A Community of Exceptional Nurses
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David Bennett, a leader in cardiovascular physiology and monitoring, died in February at the age of 74.
Bennett, a strong advocate for his patients, was most recently emeritus professor of intensive care medicine at St. George’s Hospital, London.
As a leader in British critical care, his major research focused on hemodynamic optimization and sepsis, and he worked to promote critical care as a specialty.
The National Institute of Nursing Research, Bethesda, Md., welcomes Ann Knebel as its deputy director. An AACN member since 1981 and an expert in disaster preparedness, she was previously deputy director of the Office of Preparedness Planning, Office of the Assistant Secretary for Preparedness and Response.
The American Thoracic Society, New York, has twice given her the Marilyn Hansen Meritorious Nursing Research Award. Knebel succeeds Mary Kerr, dean of the Frances Payne Bolton School of Nursing, Case Western Reserve University, and May L. Wykle endowed professor, who has been a member of the AACN community for many years.
Colleen LeDrew, critical care nurse, Valley Medical Center, Renton, Wash., receives a DAISY Award for her nursing skill and compassion.
The DAISY Award, presented by hospitals who participate in the program, was “established to celebrate the extraordinary compassion nurses provide their patients and families every day,” the website notes.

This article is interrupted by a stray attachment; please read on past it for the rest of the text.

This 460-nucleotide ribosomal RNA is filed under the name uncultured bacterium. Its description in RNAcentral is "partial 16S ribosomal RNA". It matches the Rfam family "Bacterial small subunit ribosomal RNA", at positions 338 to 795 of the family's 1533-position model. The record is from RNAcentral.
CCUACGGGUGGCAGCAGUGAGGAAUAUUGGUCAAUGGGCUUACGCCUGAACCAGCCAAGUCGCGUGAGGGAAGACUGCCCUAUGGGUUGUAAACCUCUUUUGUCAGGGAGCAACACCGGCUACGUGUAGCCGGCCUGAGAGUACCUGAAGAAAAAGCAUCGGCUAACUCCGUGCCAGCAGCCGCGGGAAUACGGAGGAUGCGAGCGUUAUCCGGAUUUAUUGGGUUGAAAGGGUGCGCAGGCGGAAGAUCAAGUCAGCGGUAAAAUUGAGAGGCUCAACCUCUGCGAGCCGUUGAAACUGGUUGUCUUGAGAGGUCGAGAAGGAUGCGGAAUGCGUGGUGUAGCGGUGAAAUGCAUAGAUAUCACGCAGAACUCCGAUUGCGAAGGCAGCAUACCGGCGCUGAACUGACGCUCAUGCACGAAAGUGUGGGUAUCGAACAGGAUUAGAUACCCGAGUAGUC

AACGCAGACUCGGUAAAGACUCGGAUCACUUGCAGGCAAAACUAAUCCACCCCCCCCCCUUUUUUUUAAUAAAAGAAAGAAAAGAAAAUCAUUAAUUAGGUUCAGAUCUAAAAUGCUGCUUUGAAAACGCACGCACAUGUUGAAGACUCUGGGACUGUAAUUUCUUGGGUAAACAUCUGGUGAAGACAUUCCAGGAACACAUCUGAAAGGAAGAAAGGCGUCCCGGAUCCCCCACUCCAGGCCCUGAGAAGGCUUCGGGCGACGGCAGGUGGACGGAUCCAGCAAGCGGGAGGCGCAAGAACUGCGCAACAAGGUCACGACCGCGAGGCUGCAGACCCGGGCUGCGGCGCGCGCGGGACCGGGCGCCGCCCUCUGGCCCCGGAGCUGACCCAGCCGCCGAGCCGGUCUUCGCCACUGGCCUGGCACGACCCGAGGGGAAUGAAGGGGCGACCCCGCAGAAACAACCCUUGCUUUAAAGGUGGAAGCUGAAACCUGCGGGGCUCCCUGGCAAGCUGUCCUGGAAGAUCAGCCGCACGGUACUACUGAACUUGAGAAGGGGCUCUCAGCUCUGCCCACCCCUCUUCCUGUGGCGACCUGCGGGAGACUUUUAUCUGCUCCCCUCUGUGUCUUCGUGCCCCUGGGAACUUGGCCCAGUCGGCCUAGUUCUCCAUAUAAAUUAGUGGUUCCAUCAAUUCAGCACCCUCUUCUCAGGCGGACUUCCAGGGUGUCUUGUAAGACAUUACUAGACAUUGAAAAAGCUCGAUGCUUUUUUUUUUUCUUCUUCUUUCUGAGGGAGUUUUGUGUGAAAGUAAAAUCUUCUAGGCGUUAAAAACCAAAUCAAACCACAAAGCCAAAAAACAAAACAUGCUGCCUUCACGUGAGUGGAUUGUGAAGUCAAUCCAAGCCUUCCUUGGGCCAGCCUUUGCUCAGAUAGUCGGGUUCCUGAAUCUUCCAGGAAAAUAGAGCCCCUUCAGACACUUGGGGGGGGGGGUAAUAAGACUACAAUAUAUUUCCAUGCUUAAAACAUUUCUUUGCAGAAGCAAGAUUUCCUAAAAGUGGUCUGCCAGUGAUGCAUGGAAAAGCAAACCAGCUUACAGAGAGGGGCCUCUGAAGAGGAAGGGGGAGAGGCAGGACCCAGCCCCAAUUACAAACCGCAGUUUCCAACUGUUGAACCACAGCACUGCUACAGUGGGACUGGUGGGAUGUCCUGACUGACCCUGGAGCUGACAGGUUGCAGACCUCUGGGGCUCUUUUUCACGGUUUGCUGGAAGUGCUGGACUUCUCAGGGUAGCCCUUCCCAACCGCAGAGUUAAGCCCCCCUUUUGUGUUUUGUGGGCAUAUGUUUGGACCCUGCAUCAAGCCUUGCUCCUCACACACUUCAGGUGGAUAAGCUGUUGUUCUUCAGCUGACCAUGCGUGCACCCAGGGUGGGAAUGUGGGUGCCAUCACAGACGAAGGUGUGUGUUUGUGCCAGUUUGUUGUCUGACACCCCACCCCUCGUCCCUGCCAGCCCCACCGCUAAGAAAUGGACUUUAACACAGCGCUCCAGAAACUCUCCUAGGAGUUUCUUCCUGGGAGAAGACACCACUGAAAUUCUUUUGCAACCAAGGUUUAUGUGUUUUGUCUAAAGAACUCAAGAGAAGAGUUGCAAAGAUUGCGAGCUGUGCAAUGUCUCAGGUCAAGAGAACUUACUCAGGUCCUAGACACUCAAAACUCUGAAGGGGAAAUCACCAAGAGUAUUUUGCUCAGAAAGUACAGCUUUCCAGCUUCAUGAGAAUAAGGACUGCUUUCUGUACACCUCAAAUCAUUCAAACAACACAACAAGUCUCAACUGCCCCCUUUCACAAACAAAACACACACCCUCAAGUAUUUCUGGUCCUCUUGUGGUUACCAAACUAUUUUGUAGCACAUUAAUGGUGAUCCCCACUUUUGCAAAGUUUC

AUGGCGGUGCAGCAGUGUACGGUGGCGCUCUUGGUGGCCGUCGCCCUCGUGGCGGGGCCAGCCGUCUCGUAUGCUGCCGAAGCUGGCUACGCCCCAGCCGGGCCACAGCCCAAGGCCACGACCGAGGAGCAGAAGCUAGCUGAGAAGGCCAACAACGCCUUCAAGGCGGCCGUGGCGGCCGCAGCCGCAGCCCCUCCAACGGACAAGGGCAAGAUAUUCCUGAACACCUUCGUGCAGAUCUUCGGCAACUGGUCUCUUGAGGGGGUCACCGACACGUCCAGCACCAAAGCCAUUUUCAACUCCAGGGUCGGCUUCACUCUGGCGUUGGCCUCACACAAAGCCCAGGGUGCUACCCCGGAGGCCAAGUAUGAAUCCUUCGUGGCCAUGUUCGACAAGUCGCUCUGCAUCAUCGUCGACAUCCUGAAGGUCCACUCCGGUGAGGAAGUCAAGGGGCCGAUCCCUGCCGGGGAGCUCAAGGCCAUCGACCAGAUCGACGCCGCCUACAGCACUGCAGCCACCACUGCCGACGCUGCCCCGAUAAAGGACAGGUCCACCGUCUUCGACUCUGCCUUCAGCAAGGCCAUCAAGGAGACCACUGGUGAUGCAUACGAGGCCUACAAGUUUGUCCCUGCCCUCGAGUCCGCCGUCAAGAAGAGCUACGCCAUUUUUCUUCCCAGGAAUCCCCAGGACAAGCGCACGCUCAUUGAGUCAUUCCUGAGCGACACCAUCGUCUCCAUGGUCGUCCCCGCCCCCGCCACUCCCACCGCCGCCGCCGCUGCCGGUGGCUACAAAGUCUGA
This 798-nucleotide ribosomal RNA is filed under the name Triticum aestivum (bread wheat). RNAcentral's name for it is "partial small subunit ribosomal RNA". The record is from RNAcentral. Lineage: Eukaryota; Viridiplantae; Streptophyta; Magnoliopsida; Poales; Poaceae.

The Institute of Medicine of the National Academies names Marla Salmon — professor of nursing, Public Health, University of Washington School of Nursing, Seattle, and senior visiting fellow at the university’s Evans School of Public Affairs — its 2012-2013 Nurse Scholar in Residence.
The program is “designed to advance the policy engagement of the nurse scholars in the important areas of health policy,” according to an American Academy of Nursing press release.
Denise Thornby, AACN president from 2000-2001, died in July at the age of 58.
As AACN president from 2000-2001, by challenging the AACN community to make waves and acknowledging the courage it takes, she influenced thousands of colleagues across healthcare and changed the face of high acuity and critical care nursing.
Read a tribute to Thornby in September’s AACN Bold Voices and her provocative AACN News columns published from 2000-2001.
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